Jane: Well, I do think that the, the, the general perception is, you know, if they hear beta, readers’ brains turn to, turn off. So, I, I think that we have to think of some new terms to describe individuals. Nonetheless, I think Kate Willoughby writes heroes that are nice and caring while still being manly.
Sarah: Strong and manly?
Jane: I don’t really know what to say. So anyway, her first book is already out, and it’s about Tim Hollander who was traded from his Stanley-cup-winning team to this, I think they’re in San Diego, Barracudas. And then the second one is coming out, it looks like in August, and the title of that is Across the Line, and I just really like her heroes. They’re very, they’re entertaining, funny, they kind of know what they want. They’re not afraid of relationships, and the –
Sarah: You mean, like, one bad breakup hasn’t sworn them off of women forever and ever?
Jane: No, not at all.
Jane: And then an, the book, this book I was – which one is it, now? Okay – Echo’s Wolf, called Prisoner, by Lia Silver. One of my readers gifted this book to me. It’s Astara, and she, I was complaining on Twitter a while back, just a week ago, that I didn’t have anything to read. The cover is really terrible. She has another cover inside the book that’s better. I don’t know why she’s using this awful cover. Lia Silver, I’m sorry, but your covers are really bad. You need to – you’ll sell more books, I promise you, if you get a better cover. But it’s about a dyslexic marine who’s also a werewolf.
Sarah: Like you do.
Jane: It’s got some great little pack politics, but he’s taken captive by these evil scientists where he meets a woman who’s this amazing assassin. He can’t figure out what kind of shapeshifter he is, or she is, but she smells kind of like nature, so he says, so he asks her if she’s a tree shifter, and she’s like, are there even tree shifters? And he’s like, well, I’m a werewolf. Why would I assume that there’s not? And I thought that was a great –
Jane: – I thought that was a great response, and they have these –
Sarah: [Laughs more]
Jane: They have these funny little exchanges about what, what kind of shifter she is, and at one point he asks her if she’s a platypus –
Sarah: Oh, God.
Jane: – shifter, and she says, she feels like that would be offensive, and he says no, that they’re cute but deceptive.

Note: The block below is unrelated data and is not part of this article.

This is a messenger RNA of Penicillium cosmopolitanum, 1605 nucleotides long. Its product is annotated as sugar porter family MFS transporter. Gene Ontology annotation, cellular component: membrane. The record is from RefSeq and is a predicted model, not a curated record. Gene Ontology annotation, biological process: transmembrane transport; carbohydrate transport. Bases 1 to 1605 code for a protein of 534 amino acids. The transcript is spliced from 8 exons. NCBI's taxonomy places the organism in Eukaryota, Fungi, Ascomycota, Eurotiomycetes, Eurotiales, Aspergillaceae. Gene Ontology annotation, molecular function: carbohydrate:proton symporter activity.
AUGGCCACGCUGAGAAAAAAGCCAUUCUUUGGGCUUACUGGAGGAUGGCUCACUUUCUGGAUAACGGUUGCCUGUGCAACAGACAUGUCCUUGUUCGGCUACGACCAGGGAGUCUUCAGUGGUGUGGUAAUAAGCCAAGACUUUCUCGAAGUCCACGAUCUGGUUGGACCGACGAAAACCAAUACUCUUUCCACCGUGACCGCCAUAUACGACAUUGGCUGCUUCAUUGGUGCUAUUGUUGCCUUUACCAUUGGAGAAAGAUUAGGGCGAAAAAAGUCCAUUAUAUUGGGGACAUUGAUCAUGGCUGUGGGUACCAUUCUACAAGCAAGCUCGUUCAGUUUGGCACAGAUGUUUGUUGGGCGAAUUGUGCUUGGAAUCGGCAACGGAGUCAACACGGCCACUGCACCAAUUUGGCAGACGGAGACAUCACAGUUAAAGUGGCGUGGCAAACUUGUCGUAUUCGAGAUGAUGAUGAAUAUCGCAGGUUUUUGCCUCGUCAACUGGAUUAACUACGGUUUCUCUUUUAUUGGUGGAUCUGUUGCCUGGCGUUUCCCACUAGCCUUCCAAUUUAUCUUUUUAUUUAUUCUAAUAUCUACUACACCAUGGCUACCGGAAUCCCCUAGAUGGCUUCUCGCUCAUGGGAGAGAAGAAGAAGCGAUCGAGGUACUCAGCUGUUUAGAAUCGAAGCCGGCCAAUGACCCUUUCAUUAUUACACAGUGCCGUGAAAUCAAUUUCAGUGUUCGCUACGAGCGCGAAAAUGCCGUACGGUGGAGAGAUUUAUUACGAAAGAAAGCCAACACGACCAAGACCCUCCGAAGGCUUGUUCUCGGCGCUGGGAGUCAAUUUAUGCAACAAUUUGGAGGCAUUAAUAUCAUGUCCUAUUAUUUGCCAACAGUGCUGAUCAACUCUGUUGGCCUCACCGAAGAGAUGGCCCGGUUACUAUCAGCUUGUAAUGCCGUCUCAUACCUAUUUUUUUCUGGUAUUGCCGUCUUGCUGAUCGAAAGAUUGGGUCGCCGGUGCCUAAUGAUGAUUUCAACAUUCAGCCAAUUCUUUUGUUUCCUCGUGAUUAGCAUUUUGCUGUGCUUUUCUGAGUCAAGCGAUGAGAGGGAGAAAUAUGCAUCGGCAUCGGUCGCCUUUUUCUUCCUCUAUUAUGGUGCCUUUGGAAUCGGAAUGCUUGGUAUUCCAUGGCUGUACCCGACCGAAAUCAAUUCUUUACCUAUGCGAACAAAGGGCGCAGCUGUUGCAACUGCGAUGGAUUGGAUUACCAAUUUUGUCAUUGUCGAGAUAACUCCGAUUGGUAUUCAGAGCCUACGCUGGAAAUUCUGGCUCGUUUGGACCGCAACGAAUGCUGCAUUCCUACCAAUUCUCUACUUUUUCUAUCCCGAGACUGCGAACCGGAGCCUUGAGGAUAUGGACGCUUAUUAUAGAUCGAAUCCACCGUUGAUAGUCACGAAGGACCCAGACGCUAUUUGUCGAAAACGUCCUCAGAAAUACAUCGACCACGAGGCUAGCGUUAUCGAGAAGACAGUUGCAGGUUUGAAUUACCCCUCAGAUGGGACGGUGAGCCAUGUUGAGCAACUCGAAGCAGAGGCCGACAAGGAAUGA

Sarah: [Laughs] Okay, I think I need to read this. This is really cute!
Jane: It is, it is cute. I – And he has this tendency to talk a lot –
Jane: That’s how, kind of, his PTSD plays out –
Jane: – and so there’s one point where he says, what’s, so, what’s it like being a platypus shifter? And she says, awesome, and he said, I knew it.
Jane: So, I just thought that was a fun book. There’s another book called Laura’s Wolf, which is the first one –
Jane: – and I didn’t like it as much. It was okay, but I felt like she was going on and on about the PTSD. The, the author, apparently, is a, a therapist for, I think she might specialize in PTSD in, in military PTSD patients.
Jane: And the way she describes it is really down to earth and very accessible. I just felt like in the first book, in that Laura’s Wolf, it just got to be too much. And, and it’s not like it’s a bad story; it was definitely better than a lot of what I’d read, but it wasn’t as fun and sweet and cute as the Prisoner with the terrible cover.
Sarah: So, good book, not good cover.
Jane: Yeah. And, you know, the hero and platypuses – I think he was Filipino, if I remember correctly, so I think she was trying to – it’s hard to find stock images of ethnic people, so I think that that was her problem –
Jane: – but still.
Sarah: So, which book is the platypus shifter? Echoes of the wolf?
Jane: It’s Echo’s Wolf, book 1, called Prisoner.
Sarah: Oh, Echo is a person.
Jane: Yeah, Echo is the heroine.
Sarah: I wrote echoes, as in more than one echo. Sorry. [Laughs] I was writing plural, not possessive.
Jane: No, Echo is the heroine who’s the platypus shifter. She’s not a platypus shifter, but –
Sarah: Aww! Well now I want a platypus shifter.
Jane: And she’s, and she’s not a tree shifter, either.
Sarah: Oh! Oh, bummer.
Jane: But anybody who’s watched Phineas and Ferb knows that platypuses are very capable –
Sarah: – of ass kicking!
Jane: – and many other things, so –
Sarah: Yes! Including being secret agents.
Jane: Yeah, so, you know, I think DJ’s right, the platypus shifter is a compliment.
Sarah: I completely agree!